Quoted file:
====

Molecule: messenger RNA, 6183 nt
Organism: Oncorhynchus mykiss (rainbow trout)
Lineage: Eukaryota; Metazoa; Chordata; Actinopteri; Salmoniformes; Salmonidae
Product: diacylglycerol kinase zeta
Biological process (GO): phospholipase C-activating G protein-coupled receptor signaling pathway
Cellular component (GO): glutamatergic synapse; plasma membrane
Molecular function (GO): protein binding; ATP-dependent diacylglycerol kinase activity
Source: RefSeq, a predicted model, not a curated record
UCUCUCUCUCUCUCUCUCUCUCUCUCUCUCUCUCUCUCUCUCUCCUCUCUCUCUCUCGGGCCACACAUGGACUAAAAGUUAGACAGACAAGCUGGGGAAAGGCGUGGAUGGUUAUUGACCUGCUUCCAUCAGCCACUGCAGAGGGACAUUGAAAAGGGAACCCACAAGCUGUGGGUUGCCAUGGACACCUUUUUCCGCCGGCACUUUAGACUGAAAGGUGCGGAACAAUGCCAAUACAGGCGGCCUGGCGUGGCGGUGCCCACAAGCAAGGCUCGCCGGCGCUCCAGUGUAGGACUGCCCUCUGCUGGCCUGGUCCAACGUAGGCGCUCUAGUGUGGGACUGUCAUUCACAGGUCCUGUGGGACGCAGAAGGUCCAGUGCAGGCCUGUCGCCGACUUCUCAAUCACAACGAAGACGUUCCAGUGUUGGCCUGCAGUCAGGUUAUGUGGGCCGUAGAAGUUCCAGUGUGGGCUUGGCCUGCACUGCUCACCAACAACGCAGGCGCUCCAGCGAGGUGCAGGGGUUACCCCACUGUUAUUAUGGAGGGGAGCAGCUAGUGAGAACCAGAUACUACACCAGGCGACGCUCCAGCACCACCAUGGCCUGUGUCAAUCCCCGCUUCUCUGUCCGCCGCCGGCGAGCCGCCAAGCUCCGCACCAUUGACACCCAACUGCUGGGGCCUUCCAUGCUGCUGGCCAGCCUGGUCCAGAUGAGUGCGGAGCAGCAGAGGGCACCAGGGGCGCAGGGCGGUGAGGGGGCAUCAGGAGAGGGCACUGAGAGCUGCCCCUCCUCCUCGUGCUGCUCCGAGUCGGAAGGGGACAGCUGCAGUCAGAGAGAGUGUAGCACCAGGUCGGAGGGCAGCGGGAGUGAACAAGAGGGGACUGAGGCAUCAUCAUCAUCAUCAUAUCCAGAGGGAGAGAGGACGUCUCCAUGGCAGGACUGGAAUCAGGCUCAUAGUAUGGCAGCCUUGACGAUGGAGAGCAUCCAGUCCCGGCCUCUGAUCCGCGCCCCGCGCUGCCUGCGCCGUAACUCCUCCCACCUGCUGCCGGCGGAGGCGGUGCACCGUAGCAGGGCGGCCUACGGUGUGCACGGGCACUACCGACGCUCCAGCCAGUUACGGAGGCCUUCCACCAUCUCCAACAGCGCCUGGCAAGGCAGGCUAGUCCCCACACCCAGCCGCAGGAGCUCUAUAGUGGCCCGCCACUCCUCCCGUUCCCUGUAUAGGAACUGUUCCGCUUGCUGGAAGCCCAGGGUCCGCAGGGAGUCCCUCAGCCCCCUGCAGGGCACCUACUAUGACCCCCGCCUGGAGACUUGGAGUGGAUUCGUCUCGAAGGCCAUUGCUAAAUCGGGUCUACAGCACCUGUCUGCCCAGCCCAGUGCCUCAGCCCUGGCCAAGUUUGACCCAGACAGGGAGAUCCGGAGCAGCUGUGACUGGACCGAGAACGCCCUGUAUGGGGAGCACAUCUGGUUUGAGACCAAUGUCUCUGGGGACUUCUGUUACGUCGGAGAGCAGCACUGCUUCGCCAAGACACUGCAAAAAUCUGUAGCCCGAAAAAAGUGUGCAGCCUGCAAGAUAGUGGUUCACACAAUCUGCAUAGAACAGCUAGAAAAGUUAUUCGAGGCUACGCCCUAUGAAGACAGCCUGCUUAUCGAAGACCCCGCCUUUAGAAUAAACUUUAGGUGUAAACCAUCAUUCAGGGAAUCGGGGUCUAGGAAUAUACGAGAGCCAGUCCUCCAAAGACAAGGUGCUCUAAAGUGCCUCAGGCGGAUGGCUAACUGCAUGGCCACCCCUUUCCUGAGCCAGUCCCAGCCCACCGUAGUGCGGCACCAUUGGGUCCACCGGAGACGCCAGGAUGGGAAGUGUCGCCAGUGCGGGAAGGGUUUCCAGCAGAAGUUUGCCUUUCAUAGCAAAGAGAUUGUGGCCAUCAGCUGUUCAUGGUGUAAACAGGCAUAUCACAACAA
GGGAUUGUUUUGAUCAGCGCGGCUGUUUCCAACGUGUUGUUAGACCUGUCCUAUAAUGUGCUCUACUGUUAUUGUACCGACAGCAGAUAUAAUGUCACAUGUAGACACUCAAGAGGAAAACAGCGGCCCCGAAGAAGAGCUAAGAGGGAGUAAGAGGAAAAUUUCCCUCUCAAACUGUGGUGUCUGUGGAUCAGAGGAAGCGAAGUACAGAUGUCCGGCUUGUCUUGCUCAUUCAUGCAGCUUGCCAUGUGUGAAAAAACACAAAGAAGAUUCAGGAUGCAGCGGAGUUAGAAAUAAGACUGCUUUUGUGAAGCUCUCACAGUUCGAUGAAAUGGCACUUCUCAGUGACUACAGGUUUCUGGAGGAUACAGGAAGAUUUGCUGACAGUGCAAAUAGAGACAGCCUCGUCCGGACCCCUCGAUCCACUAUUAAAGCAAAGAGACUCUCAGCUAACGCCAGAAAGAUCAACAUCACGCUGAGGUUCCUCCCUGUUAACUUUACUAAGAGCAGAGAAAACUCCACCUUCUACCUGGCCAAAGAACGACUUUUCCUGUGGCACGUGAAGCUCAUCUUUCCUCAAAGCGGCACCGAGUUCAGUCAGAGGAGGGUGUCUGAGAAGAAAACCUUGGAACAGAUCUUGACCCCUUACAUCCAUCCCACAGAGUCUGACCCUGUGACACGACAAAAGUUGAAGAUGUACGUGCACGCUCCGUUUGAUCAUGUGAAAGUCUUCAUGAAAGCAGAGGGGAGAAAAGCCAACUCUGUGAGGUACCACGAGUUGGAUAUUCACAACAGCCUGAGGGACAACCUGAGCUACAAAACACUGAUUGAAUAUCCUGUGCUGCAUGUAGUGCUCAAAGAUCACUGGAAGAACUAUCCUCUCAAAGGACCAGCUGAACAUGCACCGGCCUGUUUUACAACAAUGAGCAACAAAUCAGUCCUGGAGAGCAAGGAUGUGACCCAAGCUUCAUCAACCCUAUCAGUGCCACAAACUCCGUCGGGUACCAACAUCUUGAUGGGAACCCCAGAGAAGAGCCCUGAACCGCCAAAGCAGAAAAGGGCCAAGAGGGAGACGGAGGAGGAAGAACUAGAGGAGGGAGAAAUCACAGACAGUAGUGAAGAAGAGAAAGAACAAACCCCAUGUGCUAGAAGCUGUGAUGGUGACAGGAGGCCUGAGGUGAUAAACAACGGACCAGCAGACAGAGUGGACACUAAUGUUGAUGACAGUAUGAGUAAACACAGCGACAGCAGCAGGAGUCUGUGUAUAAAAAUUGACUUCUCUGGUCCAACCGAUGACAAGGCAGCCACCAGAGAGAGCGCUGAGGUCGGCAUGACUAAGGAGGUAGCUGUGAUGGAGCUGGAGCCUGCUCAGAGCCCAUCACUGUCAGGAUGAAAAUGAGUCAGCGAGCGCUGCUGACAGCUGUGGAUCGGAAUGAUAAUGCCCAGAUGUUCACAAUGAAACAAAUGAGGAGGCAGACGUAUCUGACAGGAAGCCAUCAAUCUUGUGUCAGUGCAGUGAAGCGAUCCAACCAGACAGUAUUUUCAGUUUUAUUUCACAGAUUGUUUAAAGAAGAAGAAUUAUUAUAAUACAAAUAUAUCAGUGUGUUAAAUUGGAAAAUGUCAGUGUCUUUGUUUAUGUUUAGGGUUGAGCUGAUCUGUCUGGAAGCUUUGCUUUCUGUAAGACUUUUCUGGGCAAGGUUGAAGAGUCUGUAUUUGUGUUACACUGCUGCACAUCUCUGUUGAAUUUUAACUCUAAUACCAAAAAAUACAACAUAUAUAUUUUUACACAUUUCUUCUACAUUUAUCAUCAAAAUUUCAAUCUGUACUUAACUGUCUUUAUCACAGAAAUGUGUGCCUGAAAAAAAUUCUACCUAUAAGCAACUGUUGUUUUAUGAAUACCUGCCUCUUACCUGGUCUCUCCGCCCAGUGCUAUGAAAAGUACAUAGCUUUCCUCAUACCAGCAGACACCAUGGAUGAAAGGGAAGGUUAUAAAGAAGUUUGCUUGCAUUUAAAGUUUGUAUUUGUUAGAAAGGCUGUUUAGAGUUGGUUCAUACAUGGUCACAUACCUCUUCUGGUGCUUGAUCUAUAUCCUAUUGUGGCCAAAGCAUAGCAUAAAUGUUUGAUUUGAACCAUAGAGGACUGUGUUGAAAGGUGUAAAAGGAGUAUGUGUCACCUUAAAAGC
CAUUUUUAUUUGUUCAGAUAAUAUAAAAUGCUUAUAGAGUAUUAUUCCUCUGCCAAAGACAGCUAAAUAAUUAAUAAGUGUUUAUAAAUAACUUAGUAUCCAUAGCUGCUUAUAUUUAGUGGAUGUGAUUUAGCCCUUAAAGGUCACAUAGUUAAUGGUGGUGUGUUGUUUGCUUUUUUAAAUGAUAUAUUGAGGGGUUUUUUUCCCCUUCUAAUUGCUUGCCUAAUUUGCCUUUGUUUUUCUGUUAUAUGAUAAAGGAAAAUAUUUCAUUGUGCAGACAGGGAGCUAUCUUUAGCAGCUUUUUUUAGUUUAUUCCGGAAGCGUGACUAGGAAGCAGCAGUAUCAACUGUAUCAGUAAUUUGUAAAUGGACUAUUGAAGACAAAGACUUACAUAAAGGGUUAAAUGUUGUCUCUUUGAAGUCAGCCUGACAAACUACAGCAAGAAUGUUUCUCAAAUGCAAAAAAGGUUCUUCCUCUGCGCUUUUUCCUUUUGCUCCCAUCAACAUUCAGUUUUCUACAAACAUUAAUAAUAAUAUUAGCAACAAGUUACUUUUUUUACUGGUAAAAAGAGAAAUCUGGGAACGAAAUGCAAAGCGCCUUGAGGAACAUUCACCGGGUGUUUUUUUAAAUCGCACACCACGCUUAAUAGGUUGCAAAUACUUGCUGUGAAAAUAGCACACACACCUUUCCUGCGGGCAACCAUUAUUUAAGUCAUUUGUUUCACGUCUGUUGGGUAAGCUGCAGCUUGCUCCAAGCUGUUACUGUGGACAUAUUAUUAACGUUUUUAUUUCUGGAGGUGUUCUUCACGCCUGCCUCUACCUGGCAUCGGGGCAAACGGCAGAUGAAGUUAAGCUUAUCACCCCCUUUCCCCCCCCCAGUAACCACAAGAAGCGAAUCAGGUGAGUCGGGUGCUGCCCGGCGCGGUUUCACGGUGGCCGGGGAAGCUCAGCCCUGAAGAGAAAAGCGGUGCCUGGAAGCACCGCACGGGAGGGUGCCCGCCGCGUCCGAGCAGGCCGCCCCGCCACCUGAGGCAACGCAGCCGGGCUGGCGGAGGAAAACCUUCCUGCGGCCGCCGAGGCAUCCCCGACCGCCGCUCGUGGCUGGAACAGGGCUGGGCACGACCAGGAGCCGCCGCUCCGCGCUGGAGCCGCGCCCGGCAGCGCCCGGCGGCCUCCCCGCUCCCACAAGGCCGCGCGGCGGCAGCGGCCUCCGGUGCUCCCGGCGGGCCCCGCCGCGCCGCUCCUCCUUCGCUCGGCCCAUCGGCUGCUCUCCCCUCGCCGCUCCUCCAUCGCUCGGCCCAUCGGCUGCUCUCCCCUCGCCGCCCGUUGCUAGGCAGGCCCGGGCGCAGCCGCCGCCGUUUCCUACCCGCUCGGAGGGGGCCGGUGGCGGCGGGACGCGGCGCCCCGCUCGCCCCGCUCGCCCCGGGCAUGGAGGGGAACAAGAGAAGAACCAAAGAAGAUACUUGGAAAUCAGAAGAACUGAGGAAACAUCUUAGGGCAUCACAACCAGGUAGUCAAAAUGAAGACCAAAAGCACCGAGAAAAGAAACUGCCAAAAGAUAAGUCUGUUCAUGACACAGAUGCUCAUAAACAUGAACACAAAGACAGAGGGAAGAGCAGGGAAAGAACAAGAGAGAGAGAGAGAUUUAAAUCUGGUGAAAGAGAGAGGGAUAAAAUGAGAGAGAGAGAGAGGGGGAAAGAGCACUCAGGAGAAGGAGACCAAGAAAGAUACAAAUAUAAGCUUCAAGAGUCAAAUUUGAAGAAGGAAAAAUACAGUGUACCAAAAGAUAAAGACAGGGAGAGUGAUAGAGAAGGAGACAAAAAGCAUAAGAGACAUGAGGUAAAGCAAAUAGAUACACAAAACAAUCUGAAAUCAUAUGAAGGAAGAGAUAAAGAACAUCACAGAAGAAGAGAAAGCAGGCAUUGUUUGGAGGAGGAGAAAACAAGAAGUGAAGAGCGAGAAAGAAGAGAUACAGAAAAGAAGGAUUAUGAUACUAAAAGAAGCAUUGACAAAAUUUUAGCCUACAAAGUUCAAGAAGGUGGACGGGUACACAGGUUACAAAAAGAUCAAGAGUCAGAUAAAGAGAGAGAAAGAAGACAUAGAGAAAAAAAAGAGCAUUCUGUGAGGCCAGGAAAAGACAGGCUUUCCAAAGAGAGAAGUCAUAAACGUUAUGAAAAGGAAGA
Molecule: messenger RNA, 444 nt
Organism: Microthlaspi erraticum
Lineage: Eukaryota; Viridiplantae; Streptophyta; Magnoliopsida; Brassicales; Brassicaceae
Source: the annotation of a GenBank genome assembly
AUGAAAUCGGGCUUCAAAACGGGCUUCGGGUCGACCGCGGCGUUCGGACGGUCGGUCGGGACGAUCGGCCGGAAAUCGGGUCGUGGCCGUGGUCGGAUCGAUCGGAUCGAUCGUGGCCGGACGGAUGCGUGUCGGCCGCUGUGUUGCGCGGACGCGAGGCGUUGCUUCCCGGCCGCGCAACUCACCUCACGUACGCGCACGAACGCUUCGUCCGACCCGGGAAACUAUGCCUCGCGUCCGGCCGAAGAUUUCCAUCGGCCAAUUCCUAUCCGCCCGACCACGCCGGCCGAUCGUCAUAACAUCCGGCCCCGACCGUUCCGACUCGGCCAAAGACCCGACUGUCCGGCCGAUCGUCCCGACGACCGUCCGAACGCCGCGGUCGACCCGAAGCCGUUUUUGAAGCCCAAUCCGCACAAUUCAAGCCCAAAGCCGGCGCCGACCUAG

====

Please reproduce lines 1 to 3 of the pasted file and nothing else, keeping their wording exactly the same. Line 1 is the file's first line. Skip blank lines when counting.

Molecule: messenger RNA, 6183 nt
Organism: Oncorhynchus mykiss (rainbow trout)
Lineage: Eukaryota; Metazoa; Chordata; Actinopteri; Salmoniformes; Salmonidae